In China and Japan where they eat less saturated fat and over 50% carbs, they have a low rate of heart disease and they don't have an obesity epidemic. They eat less sugar and white flour. That seems to be all the vast majority of us need to give up.
Dr. Esselstyn used a 10% fat, high fiber diet plus low dose statins to arrest or reverse heart disease in 18 severely ill heart patients. We know it worked because of before and after coronary angiograms and cardiac PET scans. Some had been given less than a year to live by their referring cardiologist, yet are alive and healthier 20 years later. During 20 years only four patients died and none of them had a heart attack. There was no requirement to count calories or exercise to get these results. See Prevent and Reverse Heart Disease: The Revolutionary, Scientifically Proven, Nutrition-Based Cure .
Dr. Ornish also reversed heart disease using a similar diet plus exercise and meditation but no statins. Since then Dr. Ornish has enrolled at least 3800 patients in demonstration projects (to demonstrate savings on surgery) which resulted in over 40 insurance companies including Medicare covering a program in diet and lifestyle for heart disease patients. According to Dr. Ornish, "In brief, we found that almost 80 percent of patients who were eligible for bypass surgery or angioplasty were able to safely avoid it for at least three years." See The Spectrum: A Scientifically Proven Program to Feel Better, Live Longer, Lose Weight, and Gain Health
The Mediterranean diet which is low in saturated fat is also associated with low rates of heart disease. Statins, exercise or meditation are not necessary to produce this result. See The Mediterranean Diet .
Statins alone or exercise alone or meditation alone can't achieve these results. So it appears that diet is partly, perhaps mostly responsible for the favorable results.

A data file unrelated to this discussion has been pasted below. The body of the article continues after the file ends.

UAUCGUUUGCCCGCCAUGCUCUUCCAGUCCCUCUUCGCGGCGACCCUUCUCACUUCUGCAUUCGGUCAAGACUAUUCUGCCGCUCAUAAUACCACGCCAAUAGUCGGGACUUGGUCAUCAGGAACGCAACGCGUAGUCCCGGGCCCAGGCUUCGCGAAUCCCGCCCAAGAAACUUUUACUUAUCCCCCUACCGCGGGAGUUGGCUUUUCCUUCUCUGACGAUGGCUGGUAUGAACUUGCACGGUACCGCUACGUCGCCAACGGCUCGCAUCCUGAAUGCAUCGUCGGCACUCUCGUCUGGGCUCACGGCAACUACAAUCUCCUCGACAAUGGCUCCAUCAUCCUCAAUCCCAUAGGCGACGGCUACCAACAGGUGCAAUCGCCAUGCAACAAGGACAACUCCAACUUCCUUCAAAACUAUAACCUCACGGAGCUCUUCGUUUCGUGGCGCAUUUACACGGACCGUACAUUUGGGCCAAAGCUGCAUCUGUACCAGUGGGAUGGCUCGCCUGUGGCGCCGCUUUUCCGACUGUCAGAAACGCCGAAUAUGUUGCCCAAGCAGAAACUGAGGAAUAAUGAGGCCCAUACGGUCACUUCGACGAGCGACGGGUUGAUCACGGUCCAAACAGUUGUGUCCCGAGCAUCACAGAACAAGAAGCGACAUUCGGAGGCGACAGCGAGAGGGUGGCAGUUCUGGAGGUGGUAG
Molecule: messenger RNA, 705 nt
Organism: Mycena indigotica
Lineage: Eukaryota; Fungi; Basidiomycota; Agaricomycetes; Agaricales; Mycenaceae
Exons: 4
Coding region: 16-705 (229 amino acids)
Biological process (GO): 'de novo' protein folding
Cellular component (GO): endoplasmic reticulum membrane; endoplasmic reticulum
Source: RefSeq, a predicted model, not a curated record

The book makes no mention of Dr. Esselstyn or that heart disease can be reversed consistently on a diet that restricts saturated fat and cholesterol or that taking fish oil with a high complex carbohydrate diet reduces triglycerides better than eating a high fat diet according to a study by Jiménez-Gómez et al in 2010.
All that the book shows conclusively about saturated fat is that it can't be the only cause of heart disease and everybody knows that already. And while high glycemic index carbs are associated with heart disease, low glycemic index, high fiber carbs are associated with reversal of heart disease.
The book uses the false dilemma logical fallacy to make it seem like you only have two choices if you're overweight; follow the USDA recommendations and continue to be part of the obesity epidemic or follow Atkins and lose weight and reduce your risk of heart disease. There are many things wrong with this characterization. First, there are at least two ways of eating low carb that don't require you to eat a lot of saturated fat (Eco-Atkins and the Cordain Paleo). Second, people who are not insulin resistant can effectively reduce blood glucose and insulin, lose weight and reduce the risk of heart disease by reducing high GI carbs and saturated fat, even if they eat 70% carbs. Third, while a few risk factors look good on a high saturated fat diet, many other risk factors are not even measured, and tests show that atherosclerosis is accelerated in the short run and there's more heart disease mortality in the long run. Also, the book uses the straw man logical fallacy to make it seem like the obesity edipemic is the result of eating less saturated fat. However, Americans have not been following the USDA guidelines about the kind of carbs to eat and they have been eating out (with large portions) more than ever, and they are not even close to following the Ornish diet or the Mediterrnaean diet.
EVIDENCE THAT EATING TOO MUCH SATURATED FAT CAN BE HARMFUL
Six long term studies show that high saturated fat diets are associated with more heart disease, cancer and/or all-cause mortality than the control. This may not seem like very many, but there are no long term studies that show otherwise. All the studies that some people think show otherwise are either short term and don't measure mortality or they only compare one moderate level of saturated fat with another moderate level.